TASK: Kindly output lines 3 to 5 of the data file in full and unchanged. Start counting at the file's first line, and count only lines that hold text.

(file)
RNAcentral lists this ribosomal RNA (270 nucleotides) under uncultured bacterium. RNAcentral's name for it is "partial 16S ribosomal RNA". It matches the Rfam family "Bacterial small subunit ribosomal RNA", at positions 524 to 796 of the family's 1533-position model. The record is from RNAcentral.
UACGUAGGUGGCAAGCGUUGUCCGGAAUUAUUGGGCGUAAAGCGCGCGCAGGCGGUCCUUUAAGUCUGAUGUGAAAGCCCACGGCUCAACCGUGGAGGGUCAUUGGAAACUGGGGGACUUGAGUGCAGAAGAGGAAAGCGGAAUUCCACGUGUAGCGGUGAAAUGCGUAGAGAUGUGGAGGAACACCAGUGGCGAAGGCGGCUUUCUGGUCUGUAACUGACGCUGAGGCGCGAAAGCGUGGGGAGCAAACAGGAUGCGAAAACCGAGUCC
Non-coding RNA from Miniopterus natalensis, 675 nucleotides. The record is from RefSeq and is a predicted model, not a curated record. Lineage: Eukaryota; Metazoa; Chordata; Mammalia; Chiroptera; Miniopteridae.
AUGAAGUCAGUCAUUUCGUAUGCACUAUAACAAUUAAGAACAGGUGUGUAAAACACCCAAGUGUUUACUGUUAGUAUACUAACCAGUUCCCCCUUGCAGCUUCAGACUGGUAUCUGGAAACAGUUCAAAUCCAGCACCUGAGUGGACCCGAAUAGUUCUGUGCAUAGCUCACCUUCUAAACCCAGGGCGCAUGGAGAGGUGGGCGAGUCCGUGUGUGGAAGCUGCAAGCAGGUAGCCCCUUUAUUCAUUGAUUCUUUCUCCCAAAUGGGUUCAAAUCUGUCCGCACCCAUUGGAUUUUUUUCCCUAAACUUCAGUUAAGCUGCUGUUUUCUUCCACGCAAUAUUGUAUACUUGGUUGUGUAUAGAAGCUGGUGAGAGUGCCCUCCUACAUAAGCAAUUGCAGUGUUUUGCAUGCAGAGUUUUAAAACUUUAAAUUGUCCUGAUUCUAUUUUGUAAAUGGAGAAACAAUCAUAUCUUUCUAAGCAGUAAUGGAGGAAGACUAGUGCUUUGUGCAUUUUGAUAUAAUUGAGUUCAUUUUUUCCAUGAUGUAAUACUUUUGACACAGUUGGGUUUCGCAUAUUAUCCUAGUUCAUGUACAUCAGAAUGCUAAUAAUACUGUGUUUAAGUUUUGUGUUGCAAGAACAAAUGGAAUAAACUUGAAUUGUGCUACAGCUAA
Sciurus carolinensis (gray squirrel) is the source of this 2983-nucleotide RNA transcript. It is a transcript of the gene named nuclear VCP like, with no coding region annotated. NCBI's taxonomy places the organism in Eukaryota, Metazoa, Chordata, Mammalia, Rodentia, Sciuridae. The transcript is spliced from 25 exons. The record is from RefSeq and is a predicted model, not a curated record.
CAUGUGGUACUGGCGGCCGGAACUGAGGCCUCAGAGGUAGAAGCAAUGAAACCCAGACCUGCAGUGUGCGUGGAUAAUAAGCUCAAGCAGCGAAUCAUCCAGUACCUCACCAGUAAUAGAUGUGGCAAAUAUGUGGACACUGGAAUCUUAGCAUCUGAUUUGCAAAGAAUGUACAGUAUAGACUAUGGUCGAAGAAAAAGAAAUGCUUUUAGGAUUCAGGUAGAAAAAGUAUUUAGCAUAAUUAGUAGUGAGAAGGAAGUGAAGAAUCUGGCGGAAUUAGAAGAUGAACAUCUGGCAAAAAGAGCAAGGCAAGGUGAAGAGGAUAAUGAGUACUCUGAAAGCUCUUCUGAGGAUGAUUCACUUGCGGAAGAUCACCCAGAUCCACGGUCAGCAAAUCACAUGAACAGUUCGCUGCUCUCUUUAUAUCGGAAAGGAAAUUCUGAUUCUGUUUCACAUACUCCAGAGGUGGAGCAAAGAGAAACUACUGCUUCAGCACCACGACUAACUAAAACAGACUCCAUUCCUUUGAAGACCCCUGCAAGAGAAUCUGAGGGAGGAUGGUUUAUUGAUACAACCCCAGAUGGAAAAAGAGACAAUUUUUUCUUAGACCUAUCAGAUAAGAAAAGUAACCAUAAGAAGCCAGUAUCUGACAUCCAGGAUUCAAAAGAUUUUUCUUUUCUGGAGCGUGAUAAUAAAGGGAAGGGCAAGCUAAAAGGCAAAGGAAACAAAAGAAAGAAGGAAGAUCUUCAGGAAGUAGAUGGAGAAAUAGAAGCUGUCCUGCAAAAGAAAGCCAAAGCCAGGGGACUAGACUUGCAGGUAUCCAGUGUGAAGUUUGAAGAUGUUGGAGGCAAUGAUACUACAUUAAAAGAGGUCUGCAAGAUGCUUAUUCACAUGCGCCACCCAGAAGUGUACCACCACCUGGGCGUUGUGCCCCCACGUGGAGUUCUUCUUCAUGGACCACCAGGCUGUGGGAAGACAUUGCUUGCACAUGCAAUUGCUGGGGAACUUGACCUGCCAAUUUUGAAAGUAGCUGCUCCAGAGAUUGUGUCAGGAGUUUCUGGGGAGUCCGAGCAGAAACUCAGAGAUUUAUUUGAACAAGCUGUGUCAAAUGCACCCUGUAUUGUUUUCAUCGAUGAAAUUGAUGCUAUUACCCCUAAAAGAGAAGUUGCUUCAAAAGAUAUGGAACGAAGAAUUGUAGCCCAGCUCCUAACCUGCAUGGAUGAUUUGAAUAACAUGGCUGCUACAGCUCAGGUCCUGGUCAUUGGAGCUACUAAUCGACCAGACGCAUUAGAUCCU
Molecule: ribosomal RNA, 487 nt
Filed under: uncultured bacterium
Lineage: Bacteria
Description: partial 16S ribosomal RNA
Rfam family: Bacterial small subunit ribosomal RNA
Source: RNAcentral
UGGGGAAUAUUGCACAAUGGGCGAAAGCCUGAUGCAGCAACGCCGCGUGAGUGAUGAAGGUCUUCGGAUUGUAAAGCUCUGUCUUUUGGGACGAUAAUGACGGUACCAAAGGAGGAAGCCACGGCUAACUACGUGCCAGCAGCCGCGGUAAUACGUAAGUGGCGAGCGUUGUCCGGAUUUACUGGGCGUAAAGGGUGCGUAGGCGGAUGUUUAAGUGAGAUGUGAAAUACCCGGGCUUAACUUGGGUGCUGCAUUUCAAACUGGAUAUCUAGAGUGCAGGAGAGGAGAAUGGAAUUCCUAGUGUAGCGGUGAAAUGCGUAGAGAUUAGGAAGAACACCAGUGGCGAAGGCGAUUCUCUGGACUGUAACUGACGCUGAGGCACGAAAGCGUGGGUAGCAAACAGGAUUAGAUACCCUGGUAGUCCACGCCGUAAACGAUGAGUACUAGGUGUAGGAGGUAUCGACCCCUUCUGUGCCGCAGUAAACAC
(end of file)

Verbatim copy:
Non-coding RNA from Miniopterus natalensis, 675 nucleotides. The record is from RefSeq and is a predicted model, not a curated record. Lineage: Eukaryota; Metazoa; Chordata; Mammalia; Chiroptera; Miniopteridae.
AUGAAGUCAGUCAUUUCGUAUGCACUAUAACAAUUAAGAACAGGUGUGUAAAACACCCAAGUGUUUACUGUUAGUAUACUAACCAGUUCCCCCUUGCAGCUUCAGACUGGUAUCUGGAAACAGUUCAAAUCCAGCACCUGAGUGGACCCGAAUAGUUCUGUGCAUAGCUCACCUUCUAAACCCAGGGCGCAUGGAGAGGUGGGCGAGUCCGUGUGUGGAAGCUGCAAGCAGGUAGCCCCUUUAUUCAUUGAUUCUUUCUCCCAAAUGGGUUCAAAUCUGUCCGCACCCAUUGGAUUUUUUUCCCUAAACUUCAGUUAAGCUGCUGUUUUCUUCCACGCAAUAUUGUAUACUUGGUUGUGUAUAGAAGCUGGUGAGAGUGCCCUCCUACAUAAGCAAUUGCAGUGUUUUGCAUGCAGAGUUUUAAAACUUUAAAUUGUCCUGAUUCUAUUUUGUAAAUGGAGAAACAAUCAUAUCUUUCUAAGCAGUAAUGGAGGAAGACUAGUGCUUUGUGCAUUUUGAUAUAAUUGAGUUCAUUUUUUCCAUGAUGUAAUACUUUUGACACAGUUGGGUUUCGCAUAUUAUCCUAGUUCAUGUACAUCAGAAUGCUAAUAAUACUGUGUUUAAGUUUUGUGUUGCAAGAACAAAUGGAAUAAACUUGAAUUGUGCUACAGCUAA
Sciurus carolinensis (gray squirrel) is the source of this 2983-nucleotide RNA transcript. It is a transcript of the gene named nuclear VCP like, with no coding region annotated. NCBI's taxonomy places the organism in Eukaryota, Metazoa, Chordata, Mammalia, Rodentia, Sciuridae. The transcript is spliced from 25 exons. The record is from RefSeq and is a predicted model, not a curated record.